Pave the way for better internet service, says expert

The internet is a human right and governments should play a role in stimulating its rollout to every corner of the world.

The internet is a human right and governments should play a role in stimulating its rollout to every corner of the world.

That is the view of Carlos Dominguez, technology evangelist and incidental adviser to global leaders. In Melbourne last week for Cisco Live 2013, Mr Dominguez, senior vice-president at Cisco, said that given the transformative potential of the internet for prosperity, education and health, it was "absolutely critical" for developed countries to drive faster infrastructure development.

"John [Chambers, Cisco chief executive] and I have met with presidents from every country. Fifteen years ago, we had to convince people there was a link between the internet and productivity growth - at that point it wasn't clear. It's not like that any more," he said.

"The internet is giving equality in education and healthcare in ways we've never seen before."

While he said he was "not smart enough" to comment on Australia's national broadband network and government policies, Mr Dominguez said the internet was changing economic status.

"If you don't have access to it, you are at a major disadvantage. In many ways, the delta between the have and the have-nots is bigger - because of what you can do when you have the internet."

He said governments could always play a role in stimulating the competitive environment to drive commercial deployment but in some cases it was necessary to do more.

"If I was in charge, I'd drive it, it's good for the country ... I'd be trying to drive as much infrastructure as possible, both on the wired side and the mobile side."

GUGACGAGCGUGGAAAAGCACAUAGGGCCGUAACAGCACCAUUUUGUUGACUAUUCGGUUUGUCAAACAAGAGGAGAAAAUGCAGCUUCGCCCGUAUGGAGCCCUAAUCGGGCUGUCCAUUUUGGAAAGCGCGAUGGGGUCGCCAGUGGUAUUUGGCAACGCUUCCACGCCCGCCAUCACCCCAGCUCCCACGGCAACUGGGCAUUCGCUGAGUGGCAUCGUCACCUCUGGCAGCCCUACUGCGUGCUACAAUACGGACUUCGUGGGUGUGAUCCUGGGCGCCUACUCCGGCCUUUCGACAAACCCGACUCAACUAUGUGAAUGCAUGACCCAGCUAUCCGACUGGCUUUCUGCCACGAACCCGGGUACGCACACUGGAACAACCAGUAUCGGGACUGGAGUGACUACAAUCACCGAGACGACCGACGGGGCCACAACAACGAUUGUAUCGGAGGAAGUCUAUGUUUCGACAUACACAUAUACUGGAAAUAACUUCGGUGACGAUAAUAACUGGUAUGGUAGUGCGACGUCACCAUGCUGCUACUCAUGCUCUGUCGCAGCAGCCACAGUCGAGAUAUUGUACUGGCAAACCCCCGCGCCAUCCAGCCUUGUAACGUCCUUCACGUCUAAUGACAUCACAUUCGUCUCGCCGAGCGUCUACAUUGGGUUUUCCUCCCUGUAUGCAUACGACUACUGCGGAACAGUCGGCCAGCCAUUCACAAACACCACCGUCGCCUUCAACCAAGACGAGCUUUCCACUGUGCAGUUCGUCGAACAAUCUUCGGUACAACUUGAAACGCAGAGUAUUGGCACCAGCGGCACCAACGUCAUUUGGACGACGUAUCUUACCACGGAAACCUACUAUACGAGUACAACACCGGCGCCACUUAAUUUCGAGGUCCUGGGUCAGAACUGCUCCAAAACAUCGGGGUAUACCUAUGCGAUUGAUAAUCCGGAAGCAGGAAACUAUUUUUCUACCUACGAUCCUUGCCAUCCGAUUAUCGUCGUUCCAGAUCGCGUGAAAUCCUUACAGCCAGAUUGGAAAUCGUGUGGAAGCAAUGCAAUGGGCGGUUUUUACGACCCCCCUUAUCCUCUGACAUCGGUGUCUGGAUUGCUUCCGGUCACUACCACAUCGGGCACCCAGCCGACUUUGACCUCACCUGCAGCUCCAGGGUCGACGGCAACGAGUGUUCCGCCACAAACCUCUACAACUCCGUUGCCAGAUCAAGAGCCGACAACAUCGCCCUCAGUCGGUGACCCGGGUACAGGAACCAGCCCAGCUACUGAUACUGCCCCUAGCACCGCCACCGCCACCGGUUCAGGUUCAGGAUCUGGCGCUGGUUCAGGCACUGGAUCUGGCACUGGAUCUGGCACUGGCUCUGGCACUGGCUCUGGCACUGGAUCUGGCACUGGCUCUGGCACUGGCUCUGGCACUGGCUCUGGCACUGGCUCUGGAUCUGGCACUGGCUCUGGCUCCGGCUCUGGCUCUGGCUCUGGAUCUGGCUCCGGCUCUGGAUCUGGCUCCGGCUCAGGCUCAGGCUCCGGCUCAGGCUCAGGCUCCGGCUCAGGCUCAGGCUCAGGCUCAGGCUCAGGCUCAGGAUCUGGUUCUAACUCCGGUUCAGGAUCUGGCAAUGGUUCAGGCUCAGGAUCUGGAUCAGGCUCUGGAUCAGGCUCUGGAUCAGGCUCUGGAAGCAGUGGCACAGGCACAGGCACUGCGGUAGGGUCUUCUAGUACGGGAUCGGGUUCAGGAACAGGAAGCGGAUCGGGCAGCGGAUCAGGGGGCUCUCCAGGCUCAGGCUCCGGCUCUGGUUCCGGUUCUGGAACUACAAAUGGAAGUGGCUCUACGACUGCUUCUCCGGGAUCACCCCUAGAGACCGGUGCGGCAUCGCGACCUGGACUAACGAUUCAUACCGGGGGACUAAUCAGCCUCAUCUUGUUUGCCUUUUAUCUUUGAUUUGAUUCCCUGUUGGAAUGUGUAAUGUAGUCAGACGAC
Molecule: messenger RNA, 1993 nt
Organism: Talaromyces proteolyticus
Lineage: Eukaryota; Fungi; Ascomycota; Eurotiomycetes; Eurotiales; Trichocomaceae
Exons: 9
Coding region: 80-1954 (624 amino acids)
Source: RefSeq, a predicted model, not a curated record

He said rapid developments in consumer technology, hardware and software meant demand for services was running ahead of what the infrastructure could deliver.

"Imagine having a Ferrari and having to drive on a dirt road - you really don't realise the potential."

He said the argument over the methods used for the rollout - fibre-to-the-premise versus fibre-to-the-node plus copper and/or wireless, satellite - was almost immaterial. "The secret here is trying to architect how to get the right outcome. For the infrastructure, what I would say [is] whatever it takes to make it happen should be a priority."

The deployment of Australia's NBN is at a crossroads, with the government-backed NBN Co pushing ahead with the rollout of a $37.4 billion network that promises fibre to 97 per cent of premises.

Should the opposition win the coming federal election, however, there might be a rethink using existing copper and other technologies.

Telsyte research director Foad Fadaghi said while Cisco could clearly articulate a vision of the internet future, as an organisation it provided a few pieces of the puzzle, not all of them. He said: "The challenge for Cisco is to provide more than just the switches and routers and become a more integrated organisation to facilitate their vision."

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